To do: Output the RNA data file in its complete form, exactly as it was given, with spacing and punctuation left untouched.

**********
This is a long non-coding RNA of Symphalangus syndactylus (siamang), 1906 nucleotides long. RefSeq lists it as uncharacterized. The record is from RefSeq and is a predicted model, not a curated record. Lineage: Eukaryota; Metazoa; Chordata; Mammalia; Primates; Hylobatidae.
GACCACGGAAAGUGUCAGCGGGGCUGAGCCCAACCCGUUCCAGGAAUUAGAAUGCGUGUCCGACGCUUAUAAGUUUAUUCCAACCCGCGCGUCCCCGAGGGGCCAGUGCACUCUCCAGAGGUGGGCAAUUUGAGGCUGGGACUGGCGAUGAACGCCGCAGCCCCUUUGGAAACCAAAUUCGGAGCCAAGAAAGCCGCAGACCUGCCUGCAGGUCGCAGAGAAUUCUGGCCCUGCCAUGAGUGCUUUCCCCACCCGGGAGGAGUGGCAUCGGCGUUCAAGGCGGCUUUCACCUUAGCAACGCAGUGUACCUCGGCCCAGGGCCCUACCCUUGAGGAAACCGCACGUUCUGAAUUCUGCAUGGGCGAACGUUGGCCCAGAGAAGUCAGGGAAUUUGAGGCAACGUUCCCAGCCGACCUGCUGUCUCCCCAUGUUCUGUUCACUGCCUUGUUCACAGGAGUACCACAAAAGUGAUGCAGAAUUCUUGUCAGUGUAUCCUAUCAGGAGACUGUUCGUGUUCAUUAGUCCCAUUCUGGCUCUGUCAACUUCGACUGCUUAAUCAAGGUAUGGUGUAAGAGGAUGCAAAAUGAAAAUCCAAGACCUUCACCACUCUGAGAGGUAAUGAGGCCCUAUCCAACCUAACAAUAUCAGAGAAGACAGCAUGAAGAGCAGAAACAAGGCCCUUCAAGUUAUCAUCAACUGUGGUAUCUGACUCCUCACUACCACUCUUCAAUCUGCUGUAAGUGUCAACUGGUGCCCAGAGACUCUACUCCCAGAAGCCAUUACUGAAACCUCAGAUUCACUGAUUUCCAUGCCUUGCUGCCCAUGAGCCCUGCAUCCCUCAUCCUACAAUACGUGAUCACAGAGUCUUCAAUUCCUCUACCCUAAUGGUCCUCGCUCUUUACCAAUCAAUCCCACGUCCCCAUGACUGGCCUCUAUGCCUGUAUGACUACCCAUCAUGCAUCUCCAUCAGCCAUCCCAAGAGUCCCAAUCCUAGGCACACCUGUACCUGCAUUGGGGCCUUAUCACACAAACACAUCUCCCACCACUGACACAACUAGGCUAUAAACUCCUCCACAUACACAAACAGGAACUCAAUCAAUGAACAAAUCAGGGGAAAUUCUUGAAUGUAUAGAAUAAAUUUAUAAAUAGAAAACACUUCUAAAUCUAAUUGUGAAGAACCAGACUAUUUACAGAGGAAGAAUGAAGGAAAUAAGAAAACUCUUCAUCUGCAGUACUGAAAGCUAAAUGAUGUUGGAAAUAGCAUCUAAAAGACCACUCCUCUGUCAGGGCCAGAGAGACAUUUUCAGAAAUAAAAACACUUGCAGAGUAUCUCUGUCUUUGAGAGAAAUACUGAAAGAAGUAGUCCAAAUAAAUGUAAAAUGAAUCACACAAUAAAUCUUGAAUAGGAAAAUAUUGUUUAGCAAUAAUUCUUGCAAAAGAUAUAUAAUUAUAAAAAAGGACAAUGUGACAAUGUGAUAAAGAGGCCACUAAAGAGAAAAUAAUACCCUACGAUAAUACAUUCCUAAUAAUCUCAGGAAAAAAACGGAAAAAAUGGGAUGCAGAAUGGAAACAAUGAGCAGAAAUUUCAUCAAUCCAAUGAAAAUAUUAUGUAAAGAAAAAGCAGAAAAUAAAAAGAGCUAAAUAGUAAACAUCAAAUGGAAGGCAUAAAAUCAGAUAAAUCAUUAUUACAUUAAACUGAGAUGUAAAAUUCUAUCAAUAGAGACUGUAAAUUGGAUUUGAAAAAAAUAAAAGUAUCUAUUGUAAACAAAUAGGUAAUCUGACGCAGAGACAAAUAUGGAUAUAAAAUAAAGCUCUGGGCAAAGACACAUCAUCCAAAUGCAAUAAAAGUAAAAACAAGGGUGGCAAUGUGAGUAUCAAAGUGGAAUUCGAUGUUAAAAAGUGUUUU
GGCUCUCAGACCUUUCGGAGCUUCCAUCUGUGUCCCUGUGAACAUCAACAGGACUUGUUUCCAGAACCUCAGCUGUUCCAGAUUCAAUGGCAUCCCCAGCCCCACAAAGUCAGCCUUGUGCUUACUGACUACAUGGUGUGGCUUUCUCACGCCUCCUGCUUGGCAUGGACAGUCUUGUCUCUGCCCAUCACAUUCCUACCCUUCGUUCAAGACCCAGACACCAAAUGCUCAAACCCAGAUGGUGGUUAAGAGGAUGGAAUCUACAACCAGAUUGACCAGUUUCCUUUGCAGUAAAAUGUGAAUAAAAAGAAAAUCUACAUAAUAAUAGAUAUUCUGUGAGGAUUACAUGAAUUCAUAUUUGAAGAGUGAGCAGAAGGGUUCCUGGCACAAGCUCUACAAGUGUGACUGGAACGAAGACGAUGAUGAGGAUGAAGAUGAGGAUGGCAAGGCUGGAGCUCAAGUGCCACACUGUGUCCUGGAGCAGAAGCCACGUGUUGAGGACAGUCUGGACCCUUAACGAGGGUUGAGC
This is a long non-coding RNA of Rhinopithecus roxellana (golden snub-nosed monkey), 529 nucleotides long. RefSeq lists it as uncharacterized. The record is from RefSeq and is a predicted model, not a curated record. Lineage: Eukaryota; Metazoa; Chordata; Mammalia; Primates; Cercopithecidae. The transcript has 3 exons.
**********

This is a long non-coding RNA of Symphalangus syndactylus (siamang), 1906 nucleotides long. RefSeq lists it as uncharacterized. The record is from RefSeq and is a predicted model, not a curated record. Lineage: Eukaryota; Metazoa; Chordata; Mammalia; Primates; Hylobatidae.
GACCACGGAAAGUGUCAGCGGGGCUGAGCCCAACCCGUUCCAGGAAUUAGAAUGCGUGUCCGACGCUUAUAAGUUUAUUCCAACCCGCGCGUCCCCGAGGGGCCAGUGCACUCUCCAGAGGUGGGCAAUUUGAGGCUGGGACUGGCGAUGAACGCCGCAGCCCCUUUGGAAACCAAAUUCGGAGCCAAGAAAGCCGCAGACCUGCCUGCAGGUCGCAGAGAAUUCUGGCCCUGCCAUGAGUGCUUUCCCCACCCGGGAGGAGUGGCAUCGGCGUUCAAGGCGGCUUUCACCUUAGCAACGCAGUGUACCUCGGCCCAGGGCCCUACCCUUGAGGAAACCGCACGUUCUGAAUUCUGCAUGGGCGAACGUUGGCCCAGAGAAGUCAGGGAAUUUGAGGCAACGUUCCCAGCCGACCUGCUGUCUCCCCAUGUUCUGUUCACUGCCUUGUUCACAGGAGUACCACAAAAGUGAUGCAGAAUUCUUGUCAGUGUAUCCUAUCAGGAGACUGUUCGUGUUCAUUAGUCCCAUUCUGGCUCUGUCAACUUCGACUGCUUAAUCAAGGUAUGGUGUAAGAGGAUGCAAAAUGAAAAUCCAAGACCUUCACCACUCUGAGAGGUAAUGAGGCCCUAUCCAACCUAACAAUAUCAGAGAAGACAGCAUGAAGAGCAGAAACAAGGCCCUUCAAGUUAUCAUCAACUGUGGUAUCUGACUCCUCACUACCACUCUUCAAUCUGCUGUAAGUGUCAACUGGUGCCCAGAGACUCUACUCCCAGAAGCCAUUACUGAAACCUCAGAUUCACUGAUUUCCAUGCCUUGCUGCCCAUGAGCCCUGCAUCCCUCAUCCUACAAUACGUGAUCACAGAGUCUUCAAUUCCUCUACCCUAAUGGUCCUCGCUCUUUACCAAUCAAUCCCACGUCCCCAUGACUGGCCUCUAUGCCUGUAUGACUACCCAUCAUGCAUCUCCAUCAGCCAUCCCAAGAGUCCCAAUCCUAGGCACACCUGUACCUGCAUUGGGGCCUUAUCACACAAACACAUCUCCCACCACUGACACAACUAGGCUAUAAACUCCUCCACAUACACAAACAGGAACUCAAUCAAUGAACAAAUCAGGGGAAAUUCUUGAAUGUAUAGAAUAAAUUUAUAAAUAGAAAACACUUCUAAAUCUAAUUGUGAAGAACCAGACUAUUUACAGAGGAAGAAUGAAGGAAAUAAGAAAACUCUUCAUCUGCAGUACUGAAAGCUAAAUGAUGUUGGAAAUAGCAUCUAAAAGACCACUCCUCUGUCAGGGCCAGAGAGACAUUUUCAGAAAUAAAAACACUUGCAGAGUAUCUCUGUCUUUGAGAGAAAUACUGAAAGAAGUAGUCCAAAUAAAUGUAAAAUGAAUCACACAAUAAAUCUUGAAUAGGAAAAUAUUGUUUAGCAAUAAUUCUUGCAAAAGAUAUAUAAUUAUAAAAAAGGACAAUGUGACAAUGUGAUAAAGAGGCCACUAAAGAGAAAAUAAUACCCUACGAUAAUACAUUCCUAAUAAUCUCAGGAAAAAAACGGAAAAAAUGGGAUGCAGAAUGGAAACAAUGAGCAGAAAUUUCAUCAAUCCAAUGAAAAUAUUAUGUAAAGAAAAAGCAGAAAAUAAAAAGAGCUAAAUAGUAAACAUCAAAUGGAAGGCAUAAAAUCAGAUAAAUCAUUAUUACAUUAAACUGAGAUGUAAAAUUCUAUCAAUAGAGACUGUAAAUUGGAUUUGAAAAAAAUAAAAGUAUCUAUUGUAAACAAAUAGGUAAUCUGACGCAGAGACAAAUAUGGAUAUAAAAUAAAGCUCUGGGCAAAGACACAUCAUCCAAAUGCAAUAAAAGUAAAAACAAGGGUGGCAAUGUGAGUAUCAAAGUGGAAUUCGAUGUUAAAAAGUGUUUU
GGCUCUCAGACCUUUCGGAGCUUCCAUCUGUGUCCCUGUGAACAUCAACAGGACUUGUUUCCAGAACCUCAGCUGUUCCAGAUUCAAUGGCAUCCCCAGCCCCACAAAGUCAGCCUUGUGCUUACUGACUACAUGGUGUGGCUUUCUCACGCCUCCUGCUUGGCAUGGACAGUCUUGUCUCUGCCCAUCACAUUCCUACCCUUCGUUCAAGACCCAGACACCAAAUGCUCAAACCCAGAUGGUGGUUAAGAGGAUGGAAUCUACAACCAGAUUGACCAGUUUCCUUUGCAGUAAAAUGUGAAUAAAAAGAAAAUCUACAUAAUAAUAGAUAUUCUGUGAGGAUUACAUGAAUUCAUAUUUGAAGAGUGAGCAGAAGGGUUCCUGGCACAAGCUCUACAAGUGUGACUGGAACGAAGACGAUGAUGAGGAUGAAGAUGAGGAUGGCAAGGCUGGAGCUCAAGUGCCACACUGUGUCCUGGAGCAGAAGCCACGUGUUGAGGACAGUCUGGACCCUUAACGAGGGUUGAGC
This is a long non-coding RNA of Rhinopithecus roxellana (golden snub-nosed monkey), 529 nucleotides long. RefSeq lists it as uncharacterized. The record is from RefSeq and is a predicted model, not a curated record. Lineage: Eukaryota; Metazoa; Chordata; Mammalia; Primates; Cercopithecidae. The transcript has 3 exons.